What is a ‘symbiotic relationship’?
A symbiotic relationship is any mutually beneficial relationship between different species that rely on each other for survival.
Bees and flowers are a great example of a symbiotic relationship – both the flowers and the bees get something useful out of connecting; the bees get pollen, and the flowers get to make sure that their seeds spread around!
In Christchurch Park, there are lots of creatures and plants that rely on each other for shelter, food, and the ability to mate.
Whether or not they are all beneficial, or parasitic (where only one side of the party is getting all the benefits), is something that our research is continuing to do.
Lady birds using one specific Monkey Puzzle Tree in Christchurch Park.
Is it for protection against predators, food, somewhere to lay eggs, or all of the above?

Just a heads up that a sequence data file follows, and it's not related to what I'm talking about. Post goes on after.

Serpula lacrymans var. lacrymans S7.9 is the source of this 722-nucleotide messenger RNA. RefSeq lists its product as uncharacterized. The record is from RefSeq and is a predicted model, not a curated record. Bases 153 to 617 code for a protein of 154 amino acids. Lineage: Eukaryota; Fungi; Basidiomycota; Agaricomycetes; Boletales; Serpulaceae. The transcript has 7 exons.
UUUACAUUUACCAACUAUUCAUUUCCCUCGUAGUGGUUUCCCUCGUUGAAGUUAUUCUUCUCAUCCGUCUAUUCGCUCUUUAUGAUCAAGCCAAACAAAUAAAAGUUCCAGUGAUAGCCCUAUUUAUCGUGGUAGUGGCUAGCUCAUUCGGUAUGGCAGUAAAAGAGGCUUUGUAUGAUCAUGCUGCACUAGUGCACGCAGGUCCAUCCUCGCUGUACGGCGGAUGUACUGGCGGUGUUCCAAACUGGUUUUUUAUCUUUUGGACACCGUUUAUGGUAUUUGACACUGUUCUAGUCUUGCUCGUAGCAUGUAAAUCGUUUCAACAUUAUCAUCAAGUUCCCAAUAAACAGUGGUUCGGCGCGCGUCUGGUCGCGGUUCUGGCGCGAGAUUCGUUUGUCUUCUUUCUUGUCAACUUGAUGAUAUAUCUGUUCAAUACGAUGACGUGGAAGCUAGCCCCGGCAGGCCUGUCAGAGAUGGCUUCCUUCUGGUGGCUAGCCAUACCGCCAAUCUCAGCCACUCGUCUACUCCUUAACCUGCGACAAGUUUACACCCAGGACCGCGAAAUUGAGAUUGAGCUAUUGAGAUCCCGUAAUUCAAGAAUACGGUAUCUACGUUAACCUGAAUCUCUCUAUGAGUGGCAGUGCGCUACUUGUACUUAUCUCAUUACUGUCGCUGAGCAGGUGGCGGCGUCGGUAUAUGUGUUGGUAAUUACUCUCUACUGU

We’re trying to find out!
Like most people growing up in England, the site of a red lady bird is very common, as they crawl along a leaf or branch.
But, I hadn’t ever seen dozens of ladybirds nestled in the crevices of a Monkey Puzzle Tree before, until I was taking close-up photos of one of the branches (I love the patterns these trees create!) and noticed a ladybird. The more I looked, the more ladybirds I saw, until I could count a few dozen!
I visit Christchurch Park often, walking my dog there a few times a week.
Here is some information from my observations:
1. The ladybirds only nestle in one specific Monkey Puzzle Tree in the park, despite other Monkey Puzzle Tree’s being close by (The tree they are in is in Section X on the map, and W3W_______)
2. They only seem to nestle on one side of the tree (the side facing the direction of the bandstand, which is toward the sun.)
3. Never seem to nestle in a group; there are usually only one or two together
4. Each lady bird seems to take up one leaf
5. They seem to nestle deeply into each branch, close to the stem and at the very base of each leaf (making them hard to spot!)
Why do ladybirds do this? There is obviously some benefit(s), but through sporadic observation alone, this is not clear.
How often do the ladybirds do this, and is this a seasonal behaviour?
Is there a benefit for the Monkey Puzzle Tree, to welcome these small residents?